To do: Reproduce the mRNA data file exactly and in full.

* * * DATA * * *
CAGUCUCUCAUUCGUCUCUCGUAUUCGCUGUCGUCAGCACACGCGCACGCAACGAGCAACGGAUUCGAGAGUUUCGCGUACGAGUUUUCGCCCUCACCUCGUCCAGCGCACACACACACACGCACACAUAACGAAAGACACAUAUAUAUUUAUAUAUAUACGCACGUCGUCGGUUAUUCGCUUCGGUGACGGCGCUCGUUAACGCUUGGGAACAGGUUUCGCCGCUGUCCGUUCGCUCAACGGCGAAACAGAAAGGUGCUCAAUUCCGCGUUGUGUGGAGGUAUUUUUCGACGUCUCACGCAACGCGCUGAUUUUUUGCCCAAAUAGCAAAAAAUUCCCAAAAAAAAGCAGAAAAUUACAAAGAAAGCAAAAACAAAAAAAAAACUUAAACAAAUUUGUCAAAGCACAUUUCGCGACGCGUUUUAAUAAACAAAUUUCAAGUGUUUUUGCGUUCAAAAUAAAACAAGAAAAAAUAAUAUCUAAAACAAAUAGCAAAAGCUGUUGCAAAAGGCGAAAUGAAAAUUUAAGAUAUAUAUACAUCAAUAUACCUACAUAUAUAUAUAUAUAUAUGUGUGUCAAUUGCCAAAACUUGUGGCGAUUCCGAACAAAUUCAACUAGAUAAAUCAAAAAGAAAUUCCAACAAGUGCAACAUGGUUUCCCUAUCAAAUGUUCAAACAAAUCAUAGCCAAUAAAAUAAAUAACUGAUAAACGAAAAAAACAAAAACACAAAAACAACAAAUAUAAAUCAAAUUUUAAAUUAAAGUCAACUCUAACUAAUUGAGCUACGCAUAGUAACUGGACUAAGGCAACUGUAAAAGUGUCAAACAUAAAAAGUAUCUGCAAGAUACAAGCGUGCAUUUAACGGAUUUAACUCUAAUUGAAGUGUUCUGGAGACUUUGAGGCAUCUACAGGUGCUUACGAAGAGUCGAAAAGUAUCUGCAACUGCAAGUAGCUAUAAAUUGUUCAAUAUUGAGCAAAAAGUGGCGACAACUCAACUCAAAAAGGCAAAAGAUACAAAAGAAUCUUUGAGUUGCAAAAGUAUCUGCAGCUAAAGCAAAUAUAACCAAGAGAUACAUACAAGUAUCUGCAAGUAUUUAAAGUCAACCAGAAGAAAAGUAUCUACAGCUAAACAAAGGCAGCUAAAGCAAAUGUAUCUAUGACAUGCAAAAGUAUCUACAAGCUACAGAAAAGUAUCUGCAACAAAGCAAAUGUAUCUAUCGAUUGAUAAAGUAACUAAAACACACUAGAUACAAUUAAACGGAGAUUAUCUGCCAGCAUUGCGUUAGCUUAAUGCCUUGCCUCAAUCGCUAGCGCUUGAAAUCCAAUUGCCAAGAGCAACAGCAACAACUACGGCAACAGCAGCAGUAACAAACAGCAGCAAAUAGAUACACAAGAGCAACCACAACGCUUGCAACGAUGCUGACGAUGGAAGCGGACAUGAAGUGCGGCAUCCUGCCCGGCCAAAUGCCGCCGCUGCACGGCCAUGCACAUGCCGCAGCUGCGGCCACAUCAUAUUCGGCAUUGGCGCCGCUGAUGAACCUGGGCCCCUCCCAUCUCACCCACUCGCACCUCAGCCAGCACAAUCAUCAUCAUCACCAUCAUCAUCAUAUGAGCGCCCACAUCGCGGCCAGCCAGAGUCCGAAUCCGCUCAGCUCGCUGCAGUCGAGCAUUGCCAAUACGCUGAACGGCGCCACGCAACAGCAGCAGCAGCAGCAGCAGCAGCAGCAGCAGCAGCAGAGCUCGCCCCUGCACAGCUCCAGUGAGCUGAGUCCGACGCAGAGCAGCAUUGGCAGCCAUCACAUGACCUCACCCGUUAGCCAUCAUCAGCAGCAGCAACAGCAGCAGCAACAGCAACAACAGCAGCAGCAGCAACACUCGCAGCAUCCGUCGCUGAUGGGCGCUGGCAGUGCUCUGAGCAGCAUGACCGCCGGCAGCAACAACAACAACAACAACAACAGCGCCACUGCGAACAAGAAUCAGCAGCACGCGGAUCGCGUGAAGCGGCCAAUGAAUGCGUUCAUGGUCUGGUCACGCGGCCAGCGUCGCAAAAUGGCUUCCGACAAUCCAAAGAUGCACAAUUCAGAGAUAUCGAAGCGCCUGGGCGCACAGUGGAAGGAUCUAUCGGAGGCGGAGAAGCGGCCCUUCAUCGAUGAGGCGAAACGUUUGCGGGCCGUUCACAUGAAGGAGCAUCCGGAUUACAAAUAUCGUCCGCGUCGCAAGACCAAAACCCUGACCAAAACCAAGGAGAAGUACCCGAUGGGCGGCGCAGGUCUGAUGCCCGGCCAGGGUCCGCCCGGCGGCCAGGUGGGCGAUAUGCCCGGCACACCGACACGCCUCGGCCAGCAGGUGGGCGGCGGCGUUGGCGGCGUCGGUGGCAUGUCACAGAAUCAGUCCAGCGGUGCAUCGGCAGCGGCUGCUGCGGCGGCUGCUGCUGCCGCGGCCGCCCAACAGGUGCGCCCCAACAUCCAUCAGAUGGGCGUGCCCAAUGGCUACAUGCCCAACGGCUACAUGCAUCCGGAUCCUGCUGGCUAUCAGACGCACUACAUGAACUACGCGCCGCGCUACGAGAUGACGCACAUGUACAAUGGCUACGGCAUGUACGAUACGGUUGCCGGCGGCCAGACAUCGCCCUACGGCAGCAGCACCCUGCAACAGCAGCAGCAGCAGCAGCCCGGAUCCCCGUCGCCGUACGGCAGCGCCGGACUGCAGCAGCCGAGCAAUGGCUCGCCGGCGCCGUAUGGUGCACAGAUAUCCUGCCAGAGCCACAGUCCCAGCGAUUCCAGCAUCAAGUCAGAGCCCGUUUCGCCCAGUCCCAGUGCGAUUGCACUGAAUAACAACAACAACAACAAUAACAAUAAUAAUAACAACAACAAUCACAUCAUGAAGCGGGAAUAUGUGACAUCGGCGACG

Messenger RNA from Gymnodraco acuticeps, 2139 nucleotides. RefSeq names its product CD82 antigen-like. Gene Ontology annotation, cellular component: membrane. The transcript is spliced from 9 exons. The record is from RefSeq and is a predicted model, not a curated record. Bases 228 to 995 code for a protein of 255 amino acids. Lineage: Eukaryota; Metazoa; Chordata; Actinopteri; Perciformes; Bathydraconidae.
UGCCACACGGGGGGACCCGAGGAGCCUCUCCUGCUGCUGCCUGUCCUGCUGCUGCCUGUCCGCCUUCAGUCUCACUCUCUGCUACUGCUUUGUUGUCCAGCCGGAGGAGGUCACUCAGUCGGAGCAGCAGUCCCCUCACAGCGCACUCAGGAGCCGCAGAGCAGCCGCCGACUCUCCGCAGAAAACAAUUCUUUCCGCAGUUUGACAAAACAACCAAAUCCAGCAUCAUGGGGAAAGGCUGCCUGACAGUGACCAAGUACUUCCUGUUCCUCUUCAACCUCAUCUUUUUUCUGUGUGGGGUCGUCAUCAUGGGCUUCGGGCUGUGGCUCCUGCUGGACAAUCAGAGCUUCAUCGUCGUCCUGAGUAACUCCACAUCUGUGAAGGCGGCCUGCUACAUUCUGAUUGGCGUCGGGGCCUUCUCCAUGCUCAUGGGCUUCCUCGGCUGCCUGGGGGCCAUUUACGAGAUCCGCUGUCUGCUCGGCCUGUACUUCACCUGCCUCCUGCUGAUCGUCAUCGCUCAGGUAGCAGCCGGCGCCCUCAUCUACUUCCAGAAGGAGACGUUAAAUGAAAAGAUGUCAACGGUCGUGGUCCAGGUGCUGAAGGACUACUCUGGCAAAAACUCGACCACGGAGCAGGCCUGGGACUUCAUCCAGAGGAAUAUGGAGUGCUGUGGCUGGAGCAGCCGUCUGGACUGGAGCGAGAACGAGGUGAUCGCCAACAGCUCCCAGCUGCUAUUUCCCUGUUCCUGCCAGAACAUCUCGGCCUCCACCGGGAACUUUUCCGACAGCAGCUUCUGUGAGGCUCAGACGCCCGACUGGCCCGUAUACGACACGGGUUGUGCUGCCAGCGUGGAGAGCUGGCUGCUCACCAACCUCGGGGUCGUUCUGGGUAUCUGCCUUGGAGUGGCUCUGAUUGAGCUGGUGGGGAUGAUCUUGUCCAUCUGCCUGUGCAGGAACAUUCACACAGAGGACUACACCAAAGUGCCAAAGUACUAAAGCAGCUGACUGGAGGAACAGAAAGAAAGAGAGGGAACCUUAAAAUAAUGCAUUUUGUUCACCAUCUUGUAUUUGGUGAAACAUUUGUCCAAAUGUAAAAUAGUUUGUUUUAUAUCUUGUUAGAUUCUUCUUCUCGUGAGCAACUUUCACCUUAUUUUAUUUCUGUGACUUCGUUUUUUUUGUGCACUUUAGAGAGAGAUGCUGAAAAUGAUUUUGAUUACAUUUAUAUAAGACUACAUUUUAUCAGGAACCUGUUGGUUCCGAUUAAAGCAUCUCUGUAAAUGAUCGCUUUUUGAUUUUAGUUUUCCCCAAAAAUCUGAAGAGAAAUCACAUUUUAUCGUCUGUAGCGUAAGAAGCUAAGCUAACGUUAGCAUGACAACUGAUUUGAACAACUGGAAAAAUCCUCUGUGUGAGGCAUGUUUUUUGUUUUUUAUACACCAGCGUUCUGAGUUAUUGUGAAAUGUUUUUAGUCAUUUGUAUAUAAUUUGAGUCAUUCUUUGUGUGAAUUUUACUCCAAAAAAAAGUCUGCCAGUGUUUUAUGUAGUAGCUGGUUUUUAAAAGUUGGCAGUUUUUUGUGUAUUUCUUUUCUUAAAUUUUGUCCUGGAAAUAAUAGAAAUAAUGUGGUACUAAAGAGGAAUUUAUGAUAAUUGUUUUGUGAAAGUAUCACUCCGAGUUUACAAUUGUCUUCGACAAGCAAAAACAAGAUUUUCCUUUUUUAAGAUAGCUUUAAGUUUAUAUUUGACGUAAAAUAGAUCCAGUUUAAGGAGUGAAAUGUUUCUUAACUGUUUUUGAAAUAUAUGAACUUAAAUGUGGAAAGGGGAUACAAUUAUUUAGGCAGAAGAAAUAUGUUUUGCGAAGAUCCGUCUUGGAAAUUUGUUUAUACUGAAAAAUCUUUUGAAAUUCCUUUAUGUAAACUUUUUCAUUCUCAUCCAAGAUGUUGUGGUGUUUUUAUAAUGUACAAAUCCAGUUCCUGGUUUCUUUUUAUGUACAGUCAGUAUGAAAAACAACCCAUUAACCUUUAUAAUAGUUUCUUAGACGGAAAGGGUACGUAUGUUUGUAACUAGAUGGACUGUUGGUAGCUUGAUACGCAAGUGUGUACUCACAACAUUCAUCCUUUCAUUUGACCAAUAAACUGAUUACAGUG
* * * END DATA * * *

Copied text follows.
CAGUCUCUCAUUCGUCUCUCGUAUUCGCUGUCGUCAGCACACGCGCACGCAACGAGCAACGGAUUCGAGAGUUUCGCGUACGAGUUUUCGCCCUCACCUCGUCCAGCGCACACACACACACGCACACAUAACGAAAGACACAUAUAUAUUUAUAUAUAUACGCACGUCGUCGGUUAUUCGCUUCGGUGACGGCGCUCGUUAACGCUUGGGAACAGGUUUCGCCGCUGUCCGUUCGCUCAACGGCGAAACAGAAAGGUGCUCAAUUCCGCGUUGUGUGGAGGUAUUUUUCGACGUCUCACGCAACGCGCUGAUUUUUUGCCCAAAUAGCAAAAAAUUCCCAAAAAAAAGCAGAAAAUUACAAAGAAAGCAAAAACAAAAAAAAAACUUAAACAAAUUUGUCAAAGCACAUUUCGCGACGCGUUUUAAUAAACAAAUUUCAAGUGUUUUUGCGUUCAAAAUAAAACAAGAAAAAAUAAUAUCUAAAACAAAUAGCAAAAGCUGUUGCAAAAGGCGAAAUGAAAAUUUAAGAUAUAUAUACAUCAAUAUACCUACAUAUAUAUAUAUAUAUAUGUGUGUCAAUUGCCAAAACUUGUGGCGAUUCCGAACAAAUUCAACUAGAUAAAUCAAAAAGAAAUUCCAACAAGUGCAACAUGGUUUCCCUAUCAAAUGUUCAAACAAAUCAUAGCCAAUAAAAUAAAUAACUGAUAAACGAAAAAAACAAAAACACAAAAACAACAAAUAUAAAUCAAAUUUUAAAUUAAAGUCAACUCUAACUAAUUGAGCUACGCAUAGUAACUGGACUAAGGCAACUGUAAAAGUGUCAAACAUAAAAAGUAUCUGCAAGAUACAAGCGUGCAUUUAACGGAUUUAACUCUAAUUGAAGUGUUCUGGAGACUUUGAGGCAUCUACAGGUGCUUACGAAGAGUCGAAAAGUAUCUGCAACUGCAAGUAGCUAUAAAUUGUUCAAUAUUGAGCAAAAAGUGGCGACAACUCAACUCAAAAAGGCAAAAGAUACAAAAGAAUCUUUGAGUUGCAAAAGUAUCUGCAGCUAAAGCAAAUAUAACCAAGAGAUACAUACAAGUAUCUGCAAGUAUUUAAAGUCAACCAGAAGAAAAGUAUCUACAGCUAAACAAAGGCAGCUAAAGCAAAUGUAUCUAUGACAUGCAAAAGUAUCUACAAGCUACAGAAAAGUAUCUGCAACAAAGCAAAUGUAUCUAUCGAUUGAUAAAGUAACUAAAACACACUAGAUACAAUUAAACGGAGAUUAUCUGCCAGCAUUGCGUUAGCUUAAUGCCUUGCCUCAAUCGCUAGCGCUUGAAAUCCAAUUGCCAAGAGCAACAGCAACAACUACGGCAACAGCAGCAGUAACAAACAGCAGCAAAUAGAUACACAAGAGCAACCACAACGCUUGCAACGAUGCUGACGAUGGAAGCGGACAUGAAGUGCGGCAUCCUGCCCGGCCAAAUGCCGCCGCUGCACGGCCAUGCACAUGCCGCAGCUGCGGCCACAUCAUAUUCGGCAUUGGCGCCGCUGAUGAACCUGGGCCCCUCCCAUCUCACCCACUCGCACCUCAGCCAGCACAAUCAUCAUCAUCACCAUCAUCAUCAUAUGAGCGCCCACAUCGCGGCCAGCCAGAGUCCGAAUCCGCUCAGCUCGCUGCAGUCGAGCAUUGCCAAUACGCUGAACGGCGCCACGCAACAGCAGCAGCAGCAGCAGCAGCAGCAGCAGCAGCAGCAGAGCUCGCCCCUGCACAGCUCCAGUGAGCUGAGUCCGACGCAGAGCAGCAUUGGCAGCCAUCACAUGACCUCACCCGUUAGCCAUCAUCAGCAGCAGCAACAGCAGCAGCAACAGCAACAACAGCAGCAGCAGCAACACUCGCAGCAUCCGUCGCUGAUGGGCGCUGGCAGUGCUCUGAGCAGCAUGACCGCCGGCAGCAACAACAACAACAACAACAACAGCGCCACUGCGAACAAGAAUCAGCAGCACGCGGAUCGCGUGAAGCGGCCAAUGAAUGCGUUCAUGGUCUGGUCACGCGGCCAGCGUCGCAAAAUGGCUUCCGACAAUCCAAAGAUGCACAAUUCAGAGAUAUCGAAGCGCCUGGGCGCACAGUGGAAGGAUCUAUCGGAGGCGGAGAAGCGGCCCUUCAUCGAUGAGGCGAAACGUUUGCGGGCCGUUCACAUGAAGGAGCAUCCGGAUUACAAAUAUCGUCCGCGUCGCAAGACCAAAACCCUGACCAAAACCAAGGAGAAGUACCCGAUGGGCGGCGCAGGUCUGAUGCCCGGCCAGGGUCCGCCCGGCGGCCAGGUGGGCGAUAUGCCCGGCACACCGACACGCCUCGGCCAGCAGGUGGGCGGCGGCGUUGGCGGCGUCGGUGGCAUGUCACAGAAUCAGUCCAGCGGUGCAUCGGCAGCGGCUGCUGCGGCGGCUGCUGCUGCCGCGGCCGCCCAACAGGUGCGCCCCAACAUCCAUCAGAUGGGCGUGCCCAAUGGCUACAUGCCCAACGGCUACAUGCAUCCGGAUCCUGCUGGCUAUCAGACGCACUACAUGAACUACGCGCCGCGCUACGAGAUGACGCACAUGUACAAUGGCUACGGCAUGUACGAUACGGUUGCCGGCGGCCAGACAUCGCCCUACGGCAGCAGCACCCUGCAACAGCAGCAGCAGCAGCAGCCCGGAUCCCCGUCGCCGUACGGCAGCGCCGGACUGCAGCAGCCGAGCAAUGGCUCGCCGGCGCCGUAUGGUGCACAGAUAUCCUGCCAGAGCCACAGUCCCAGCGAUUCCAGCAUCAAGUCAGAGCCCGUUUCGCCCAGUCCCAGUGCGAUUGCACUGAAUAACAACAACAACAACAAUAACAAUAAUAAUAACAACAACAAUCACAUCAUGAAGCGGGAAUAUGUGACAUCGGCGACG

Messenger RNA from Gymnodraco acuticeps, 2139 nucleotides. RefSeq names its product CD82 antigen-like. Gene Ontology annotation, cellular component: membrane. The transcript is spliced from 9 exons. The record is from RefSeq and is a predicted model, not a curated record. Bases 228 to 995 code for a protein of 255 amino acids. Lineage: Eukaryota; Metazoa; Chordata; Actinopteri; Perciformes; Bathydraconidae.
UGCCACACGGGGGGACCCGAGGAGCCUCUCCUGCUGCUGCCUGUCCUGCUGCUGCCUGUCCGCCUUCAGUCUCACUCUCUGCUACUGCUUUGUUGUCCAGCCGGAGGAGGUCACUCAGUCGGAGCAGCAGUCCCCUCACAGCGCACUCAGGAGCCGCAGAGCAGCCGCCGACUCUCCGCAGAAAACAAUUCUUUCCGCAGUUUGACAAAACAACCAAAUCCAGCAUCAUGGGGAAAGGCUGCCUGACAGUGACCAAGUACUUCCUGUUCCUCUUCAACCUCAUCUUUUUUCUGUGUGGGGUCGUCAUCAUGGGCUUCGGGCUGUGGCUCCUGCUGGACAAUCAGAGCUUCAUCGUCGUCCUGAGUAACUCCACAUCUGUGAAGGCGGCCUGCUACAUUCUGAUUGGCGUCGGGGCCUUCUCCAUGCUCAUGGGCUUCCUCGGCUGCCUGGGGGCCAUUUACGAGAUCCGCUGUCUGCUCGGCCUGUACUUCACCUGCCUCCUGCUGAUCGUCAUCGCUCAGGUAGCAGCCGGCGCCCUCAUCUACUUCCAGAAGGAGACGUUAAAUGAAAAGAUGUCAACGGUCGUGGUCCAGGUGCUGAAGGACUACUCUGGCAAAAACUCGACCACGGAGCAGGCCUGGGACUUCAUCCAGAGGAAUAUGGAGUGCUGUGGCUGGAGCAGCCGUCUGGACUGGAGCGAGAACGAGGUGAUCGCCAACAGCUCCCAGCUGCUAUUUCCCUGUUCCUGCCAGAACAUCUCGGCCUCCACCGGGAACUUUUCCGACAGCAGCUUCUGUGAGGCUCAGACGCCCGACUGGCCCGUAUACGACACGGGUUGUGCUGCCAGCGUGGAGAGCUGGCUGCUCACCAACCUCGGGGUCGUUCUGGGUAUCUGCCUUGGAGUGGCUCUGAUUGAGCUGGUGGGGAUGAUCUUGUCCAUCUGCCUGUGCAGGAACAUUCACACAGAGGACUACACCAAAGUGCCAAAGUACUAAAGCAGCUGACUGGAGGAACAGAAAGAAAGAGAGGGAACCUUAAAAUAAUGCAUUUUGUUCACCAUCUUGUAUUUGGUGAAACAUUUGUCCAAAUGUAAAAUAGUUUGUUUUAUAUCUUGUUAGAUUCUUCUUCUCGUGAGCAACUUUCACCUUAUUUUAUUUCUGUGACUUCGUUUUUUUUGUGCACUUUAGAGAGAGAUGCUGAAAAUGAUUUUGAUUACAUUUAUAUAAGACUACAUUUUAUCAGGAACCUGUUGGUUCCGAUUAAAGCAUCUCUGUAAAUGAUCGCUUUUUGAUUUUAGUUUUCCCCAAAAAUCUGAAGAGAAAUCACAUUUUAUCGUCUGUAGCGUAAGAAGCUAAGCUAACGUUAGCAUGACAACUGAUUUGAACAACUGGAAAAAUCCUCUGUGUGAGGCAUGUUUUUUGUUUUUUAUACACCAGCGUUCUGAGUUAUUGUGAAAUGUUUUUAGUCAUUUGUAUAUAAUUUGAGUCAUUCUUUGUGUGAAUUUUACUCCAAAAAAAAGUCUGCCAGUGUUUUAUGUAGUAGCUGGUUUUUAAAAGUUGGCAGUUUUUUGUGUAUUUCUUUUCUUAAAUUUUGUCCUGGAAAUAAUAGAAAUAAUGUGGUACUAAAGAGGAAUUUAUGAUAAUUGUUUUGUGAAAGUAUCACUCCGAGUUUACAAUUGUCUUCGACAAGCAAAAACAAGAUUUUCCUUUUUUAAGAUAGCUUUAAGUUUAUAUUUGACGUAAAAUAGAUCCAGUUUAAGGAGUGAAAUGUUUCUUAACUGUUUUUGAAAUAUAUGAACUUAAAUGUGGAAAGGGGAUACAAUUAUUUAGGCAGAAGAAAUAUGUUUUGCGAAGAUCCGUCUUGGAAAUUUGUUUAUACUGAAAAAUCUUUUGAAAUUCCUUUAUGUAAACUUUUUCAUUCUCAUCCAAGAUGUUGUGGUGUUUUUAUAAUGUACAAAUCCAGUUCCUGGUUUCUUUUUAUGUACAGUCAGUAUGAAAAACAACCCAUUAACCUUUAUAAUAGUUUCUUAGACGGAAAGGGUACGUAUGUUUGUAACUAGAUGGACUGUUGGUAGCUUGAUACGCAAGUGUGUACUCACAACAUUCAUCCUUUCAUUUGACCAAUAAACUGAUUACAGUG